• General knowledge: LLMs are invaluable resources for accessing general language. They have a vast wealth of information from the massive datasets they’re trained on. As such, they can assist in research and various other applications, including knowledge expansion, question answering, information synthesis, and much more.


  • Hallucination: Hallucination is one of the greatest challenges facing the efficient utilization of Large Language Models. Hallucination generally occurs when a model over-generates or makes assumptions based on inaccurate or incomplete data, resulting in factually incorrect information.
  • Indecisiveness: LLMs heavily rely on probability models for reasoning. The indecisive nature of probability models can drastically impact the ability of LLMs to make decisive choices, especially when fed with contradictory or ambiguous inputs. As such, LLMs have a high probability of producing inconsistent or uncertain responses, thus affecting the reliability and coherence of their output.
  • Black-Box Nature: LLMs are often considered ‘black boxes’ due to the difficulties in understanding their internal workings. This lack of interpretability can raise concerns about the models’ trust, accountability, and potential for biased information.
  • Lack of Domain-Specific Knowledge: LLMs are fairly good at processing broad general language. However, they struggle with domain-specific knowledge and up-to-date information, which may result in outdated or incomplete outputs when faced with rapidly evolving fields.
  • Implicit Knowledge: LLMs typically rely on the implicit knowledge [2] present in their training data to generate an output. Unfortunately, this data is sourced from diverse sources, some of which may contain biased or inaccurate information. By analyzing already trained data, LLMs may produce biased or inaccurate outputs representative of their training data.

Read more: LLM Implementation Strategy: Preparation Guide for Using LLMs

What is a knowledge graph?

A knowledge graph is a data structure that represents information in a network of interlinked entities. The technology can trace its roots to previous research on graph theory and knowledge representation. Their capability to organize and represent structured information in a machine-readable format makes them effective tools for capturing and connecting entities, their relationships, and their attributes.

Additionally, by leveraging rich data connections to empower advanced reasoning, knowledge-based applications, and semantic research, knowledge graphs facilitate deeper understanding and utilization of information in various domains.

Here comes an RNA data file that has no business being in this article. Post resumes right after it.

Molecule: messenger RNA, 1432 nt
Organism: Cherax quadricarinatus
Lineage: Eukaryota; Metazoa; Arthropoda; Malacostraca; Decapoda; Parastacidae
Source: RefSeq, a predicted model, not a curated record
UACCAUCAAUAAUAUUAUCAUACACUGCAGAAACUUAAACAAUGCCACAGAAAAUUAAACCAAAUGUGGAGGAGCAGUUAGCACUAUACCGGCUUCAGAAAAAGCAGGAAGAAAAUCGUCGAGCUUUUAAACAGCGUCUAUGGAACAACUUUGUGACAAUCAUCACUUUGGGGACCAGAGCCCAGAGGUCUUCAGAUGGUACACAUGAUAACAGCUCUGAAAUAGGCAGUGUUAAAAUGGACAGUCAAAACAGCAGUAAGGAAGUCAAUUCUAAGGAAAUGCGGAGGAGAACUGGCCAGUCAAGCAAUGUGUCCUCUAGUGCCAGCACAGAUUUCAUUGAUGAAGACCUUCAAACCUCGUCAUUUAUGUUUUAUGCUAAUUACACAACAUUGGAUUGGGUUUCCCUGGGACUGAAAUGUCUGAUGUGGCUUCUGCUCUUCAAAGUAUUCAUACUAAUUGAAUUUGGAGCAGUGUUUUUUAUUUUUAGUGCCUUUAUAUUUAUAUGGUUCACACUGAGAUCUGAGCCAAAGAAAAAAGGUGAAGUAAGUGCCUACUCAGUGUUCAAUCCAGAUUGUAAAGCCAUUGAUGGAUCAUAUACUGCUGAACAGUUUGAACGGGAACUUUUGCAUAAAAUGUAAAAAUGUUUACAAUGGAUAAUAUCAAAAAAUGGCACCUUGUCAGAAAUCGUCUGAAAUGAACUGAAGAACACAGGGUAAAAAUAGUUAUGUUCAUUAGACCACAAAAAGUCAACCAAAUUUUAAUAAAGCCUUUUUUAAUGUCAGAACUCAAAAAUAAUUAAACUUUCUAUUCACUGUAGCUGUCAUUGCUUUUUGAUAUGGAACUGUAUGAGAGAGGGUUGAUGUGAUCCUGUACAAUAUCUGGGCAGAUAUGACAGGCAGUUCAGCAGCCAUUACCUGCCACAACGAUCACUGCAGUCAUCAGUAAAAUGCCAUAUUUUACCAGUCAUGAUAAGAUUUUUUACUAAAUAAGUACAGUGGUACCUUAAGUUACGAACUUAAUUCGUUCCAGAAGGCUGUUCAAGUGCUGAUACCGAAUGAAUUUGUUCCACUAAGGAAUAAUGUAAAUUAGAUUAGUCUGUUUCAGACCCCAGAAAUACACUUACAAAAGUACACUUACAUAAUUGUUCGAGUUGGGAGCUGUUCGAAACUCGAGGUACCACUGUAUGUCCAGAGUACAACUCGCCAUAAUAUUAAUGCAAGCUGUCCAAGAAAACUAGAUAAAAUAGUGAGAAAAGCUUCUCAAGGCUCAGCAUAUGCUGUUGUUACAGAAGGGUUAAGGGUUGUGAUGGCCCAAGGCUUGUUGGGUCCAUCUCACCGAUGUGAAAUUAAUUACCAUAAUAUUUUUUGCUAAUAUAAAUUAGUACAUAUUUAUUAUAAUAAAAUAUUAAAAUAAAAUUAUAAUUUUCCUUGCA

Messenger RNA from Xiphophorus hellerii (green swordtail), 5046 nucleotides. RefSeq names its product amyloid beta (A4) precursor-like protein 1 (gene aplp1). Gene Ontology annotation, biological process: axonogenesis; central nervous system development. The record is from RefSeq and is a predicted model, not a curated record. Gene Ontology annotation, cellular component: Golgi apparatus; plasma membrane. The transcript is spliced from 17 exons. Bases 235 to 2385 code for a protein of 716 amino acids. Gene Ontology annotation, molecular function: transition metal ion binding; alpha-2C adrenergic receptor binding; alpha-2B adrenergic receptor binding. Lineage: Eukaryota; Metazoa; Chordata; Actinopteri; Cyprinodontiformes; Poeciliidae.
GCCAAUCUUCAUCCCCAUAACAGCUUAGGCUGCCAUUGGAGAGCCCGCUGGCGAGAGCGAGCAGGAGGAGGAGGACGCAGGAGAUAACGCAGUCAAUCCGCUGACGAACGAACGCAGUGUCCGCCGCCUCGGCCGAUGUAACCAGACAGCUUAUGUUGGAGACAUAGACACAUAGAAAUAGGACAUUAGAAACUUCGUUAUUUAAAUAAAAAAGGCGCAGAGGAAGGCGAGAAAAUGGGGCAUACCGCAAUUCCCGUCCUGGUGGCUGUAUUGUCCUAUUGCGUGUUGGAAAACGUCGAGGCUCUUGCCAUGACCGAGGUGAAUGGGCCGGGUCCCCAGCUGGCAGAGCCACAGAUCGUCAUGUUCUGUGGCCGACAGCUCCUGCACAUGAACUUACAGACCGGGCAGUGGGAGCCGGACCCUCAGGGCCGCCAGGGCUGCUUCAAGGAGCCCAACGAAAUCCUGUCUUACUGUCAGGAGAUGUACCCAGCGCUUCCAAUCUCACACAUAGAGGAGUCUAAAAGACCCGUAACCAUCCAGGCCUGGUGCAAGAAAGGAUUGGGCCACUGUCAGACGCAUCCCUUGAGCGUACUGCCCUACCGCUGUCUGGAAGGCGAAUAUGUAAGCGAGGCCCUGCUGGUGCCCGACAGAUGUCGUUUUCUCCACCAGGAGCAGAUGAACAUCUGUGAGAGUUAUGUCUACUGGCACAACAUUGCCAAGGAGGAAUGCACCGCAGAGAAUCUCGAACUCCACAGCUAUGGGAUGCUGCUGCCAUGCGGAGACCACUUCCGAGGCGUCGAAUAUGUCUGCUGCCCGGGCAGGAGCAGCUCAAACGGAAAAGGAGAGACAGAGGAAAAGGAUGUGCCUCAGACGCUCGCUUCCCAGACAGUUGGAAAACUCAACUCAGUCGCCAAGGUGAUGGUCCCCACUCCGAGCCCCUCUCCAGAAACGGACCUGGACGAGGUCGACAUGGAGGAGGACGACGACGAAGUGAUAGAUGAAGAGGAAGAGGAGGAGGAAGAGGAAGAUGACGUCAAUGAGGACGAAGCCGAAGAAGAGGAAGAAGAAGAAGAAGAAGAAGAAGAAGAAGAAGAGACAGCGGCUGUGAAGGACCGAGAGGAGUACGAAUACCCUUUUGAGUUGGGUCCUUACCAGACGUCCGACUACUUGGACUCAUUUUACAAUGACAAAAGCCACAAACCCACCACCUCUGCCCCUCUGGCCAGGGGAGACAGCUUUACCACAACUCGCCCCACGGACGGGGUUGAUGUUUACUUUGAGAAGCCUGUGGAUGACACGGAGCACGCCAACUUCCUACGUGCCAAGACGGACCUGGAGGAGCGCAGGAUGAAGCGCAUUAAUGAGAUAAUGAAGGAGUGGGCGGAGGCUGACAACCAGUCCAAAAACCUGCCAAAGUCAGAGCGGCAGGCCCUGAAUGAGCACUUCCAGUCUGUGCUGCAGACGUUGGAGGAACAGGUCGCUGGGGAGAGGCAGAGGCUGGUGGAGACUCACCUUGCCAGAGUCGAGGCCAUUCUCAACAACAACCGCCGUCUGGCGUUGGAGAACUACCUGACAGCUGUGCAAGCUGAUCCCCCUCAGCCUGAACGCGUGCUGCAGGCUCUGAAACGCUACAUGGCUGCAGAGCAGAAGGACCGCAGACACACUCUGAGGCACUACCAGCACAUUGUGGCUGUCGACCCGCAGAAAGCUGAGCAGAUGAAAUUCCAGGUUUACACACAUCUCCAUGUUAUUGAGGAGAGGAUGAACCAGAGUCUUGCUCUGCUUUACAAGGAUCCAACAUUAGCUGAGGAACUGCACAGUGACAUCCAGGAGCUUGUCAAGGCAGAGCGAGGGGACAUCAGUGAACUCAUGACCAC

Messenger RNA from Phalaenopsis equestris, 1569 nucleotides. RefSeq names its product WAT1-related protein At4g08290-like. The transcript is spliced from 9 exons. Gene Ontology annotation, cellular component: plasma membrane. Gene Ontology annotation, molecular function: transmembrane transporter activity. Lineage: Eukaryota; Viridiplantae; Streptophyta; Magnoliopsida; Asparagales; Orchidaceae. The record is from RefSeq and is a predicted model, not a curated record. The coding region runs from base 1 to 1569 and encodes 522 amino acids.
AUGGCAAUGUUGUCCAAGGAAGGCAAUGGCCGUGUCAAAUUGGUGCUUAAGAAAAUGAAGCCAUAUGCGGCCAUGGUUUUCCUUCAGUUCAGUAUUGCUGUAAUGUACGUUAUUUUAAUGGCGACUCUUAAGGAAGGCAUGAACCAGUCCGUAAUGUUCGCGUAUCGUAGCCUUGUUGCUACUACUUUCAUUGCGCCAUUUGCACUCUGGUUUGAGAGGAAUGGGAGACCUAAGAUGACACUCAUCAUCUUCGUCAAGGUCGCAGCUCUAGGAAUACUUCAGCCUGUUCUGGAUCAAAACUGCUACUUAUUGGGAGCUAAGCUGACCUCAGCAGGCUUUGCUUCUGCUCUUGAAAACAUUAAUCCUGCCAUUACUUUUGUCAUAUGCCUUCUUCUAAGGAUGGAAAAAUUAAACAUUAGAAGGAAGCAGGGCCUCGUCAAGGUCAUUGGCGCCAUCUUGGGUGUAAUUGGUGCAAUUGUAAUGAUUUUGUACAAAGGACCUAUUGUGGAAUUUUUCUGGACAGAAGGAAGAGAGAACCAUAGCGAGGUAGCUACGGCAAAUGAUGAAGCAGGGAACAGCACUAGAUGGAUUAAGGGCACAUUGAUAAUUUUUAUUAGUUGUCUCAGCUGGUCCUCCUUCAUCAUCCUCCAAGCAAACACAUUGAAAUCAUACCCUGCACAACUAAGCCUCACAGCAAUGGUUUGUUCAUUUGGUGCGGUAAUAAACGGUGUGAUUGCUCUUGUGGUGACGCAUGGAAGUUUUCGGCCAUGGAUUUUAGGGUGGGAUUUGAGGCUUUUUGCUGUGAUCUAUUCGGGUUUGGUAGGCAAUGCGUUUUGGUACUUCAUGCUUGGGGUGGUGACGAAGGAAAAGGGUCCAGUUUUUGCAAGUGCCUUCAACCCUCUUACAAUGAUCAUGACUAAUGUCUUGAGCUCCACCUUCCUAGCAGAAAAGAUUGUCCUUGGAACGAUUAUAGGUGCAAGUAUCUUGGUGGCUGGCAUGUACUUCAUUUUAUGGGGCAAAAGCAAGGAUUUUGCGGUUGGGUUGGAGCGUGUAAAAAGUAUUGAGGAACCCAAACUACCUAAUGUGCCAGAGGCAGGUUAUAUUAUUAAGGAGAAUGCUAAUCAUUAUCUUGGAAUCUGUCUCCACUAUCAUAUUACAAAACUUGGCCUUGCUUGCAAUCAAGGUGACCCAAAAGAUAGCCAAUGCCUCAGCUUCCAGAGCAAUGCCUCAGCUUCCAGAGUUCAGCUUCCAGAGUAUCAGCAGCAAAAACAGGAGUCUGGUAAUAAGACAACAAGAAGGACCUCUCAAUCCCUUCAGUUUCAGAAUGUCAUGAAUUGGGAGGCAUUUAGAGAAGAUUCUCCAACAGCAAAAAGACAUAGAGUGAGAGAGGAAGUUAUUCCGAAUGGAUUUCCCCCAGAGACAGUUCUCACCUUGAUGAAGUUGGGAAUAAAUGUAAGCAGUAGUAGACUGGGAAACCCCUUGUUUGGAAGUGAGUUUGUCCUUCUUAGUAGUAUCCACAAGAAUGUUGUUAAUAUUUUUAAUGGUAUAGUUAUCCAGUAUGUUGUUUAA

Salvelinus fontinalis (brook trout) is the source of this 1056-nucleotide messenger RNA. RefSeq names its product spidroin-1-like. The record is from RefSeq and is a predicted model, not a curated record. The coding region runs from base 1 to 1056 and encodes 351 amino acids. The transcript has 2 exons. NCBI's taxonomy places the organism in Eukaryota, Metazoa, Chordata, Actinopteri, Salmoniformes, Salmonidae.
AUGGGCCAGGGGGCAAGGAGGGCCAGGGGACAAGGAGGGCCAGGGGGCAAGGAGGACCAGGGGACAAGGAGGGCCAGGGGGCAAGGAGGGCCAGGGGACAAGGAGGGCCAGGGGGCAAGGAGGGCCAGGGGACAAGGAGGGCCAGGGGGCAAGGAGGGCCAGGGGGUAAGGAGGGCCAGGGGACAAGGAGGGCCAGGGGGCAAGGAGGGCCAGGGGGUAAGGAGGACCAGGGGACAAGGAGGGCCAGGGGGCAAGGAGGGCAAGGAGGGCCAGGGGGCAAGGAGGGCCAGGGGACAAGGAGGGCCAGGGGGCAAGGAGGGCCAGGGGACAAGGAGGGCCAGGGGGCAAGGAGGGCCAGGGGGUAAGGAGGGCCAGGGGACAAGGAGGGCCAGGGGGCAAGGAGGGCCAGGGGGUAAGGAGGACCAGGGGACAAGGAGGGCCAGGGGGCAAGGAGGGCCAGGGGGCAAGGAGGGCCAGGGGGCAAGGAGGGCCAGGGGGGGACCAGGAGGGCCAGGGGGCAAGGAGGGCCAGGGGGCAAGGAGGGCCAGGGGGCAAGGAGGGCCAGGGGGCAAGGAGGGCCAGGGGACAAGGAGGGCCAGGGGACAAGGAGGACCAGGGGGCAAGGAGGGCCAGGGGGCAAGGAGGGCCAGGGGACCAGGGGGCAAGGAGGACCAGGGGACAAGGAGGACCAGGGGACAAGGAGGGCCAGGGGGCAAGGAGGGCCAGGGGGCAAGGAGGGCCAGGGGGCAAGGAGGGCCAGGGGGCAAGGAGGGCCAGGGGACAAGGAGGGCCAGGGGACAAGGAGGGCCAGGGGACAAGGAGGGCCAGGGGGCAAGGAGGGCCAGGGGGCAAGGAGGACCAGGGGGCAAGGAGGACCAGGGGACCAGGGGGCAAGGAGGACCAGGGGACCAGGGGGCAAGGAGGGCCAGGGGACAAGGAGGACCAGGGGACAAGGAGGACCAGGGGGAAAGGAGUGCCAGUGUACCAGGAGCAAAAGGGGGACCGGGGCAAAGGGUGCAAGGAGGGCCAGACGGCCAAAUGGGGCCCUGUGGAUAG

Types of Knowledge Graphs

Knowledge graphs (KGs) can be grouped into four categories, each of which captures different facets of knowledge and serves a specific purpose. These categories include:

  • Common-Sense Knowledge Graphs 

    As the name suggests, common-sense knowledge graphs focus primarily on capturing everyday, intuitive knowledge about the world. By gaining the implicit knowledge that humans possess, KGs enable machines to make inferences based on common-sense understanding.

  • Encyclopedic Knowledge Graphs 

    These types of KGs are tied to specific domains or industries. As such, they only capture and organize structured information relevant to a particular field, such as finance or healthcare, thus facilitating the creation of a more specialized knowledge representation.

  • Multimodal Knowledge Graphs 

    Multimodality is a representation of data using information sourced from different entities with multiple representations. [3] As such, multimodal knowledge graphs capture and integrate information from different modalities, including text, audio, video, and images. By capturing data from diverse sources of information, multimodal KGs can capture a more comprehensive understanding of data, enabling them to facilitate tasks like image-text matching, multimodal search, and recommendations.

Strengths and weaknesses of knowledge graphs

Knowledge graphs have various strengths that make them uniquely capable tools for performing various functions. However, they’re also limited by some weaknesses that may limit their capabilities. Some of the most notable strengths and weaknesses of KGs include:


  • Decisiveness: By providing implicit and well-defined relationships between entities, KGs can effectively aid in making decisive choices. This enables machines and other AI applications to reason and infer new knowledge based on the available information, thus supporting a more effective, informed decision-making process.
  • Structural Knowledge Representation: KGs facilitate effective information organization, querying, and navigation. By providing a structured framework for representing interconnected knowledge, they allow users to easily explore and understand complex data connections.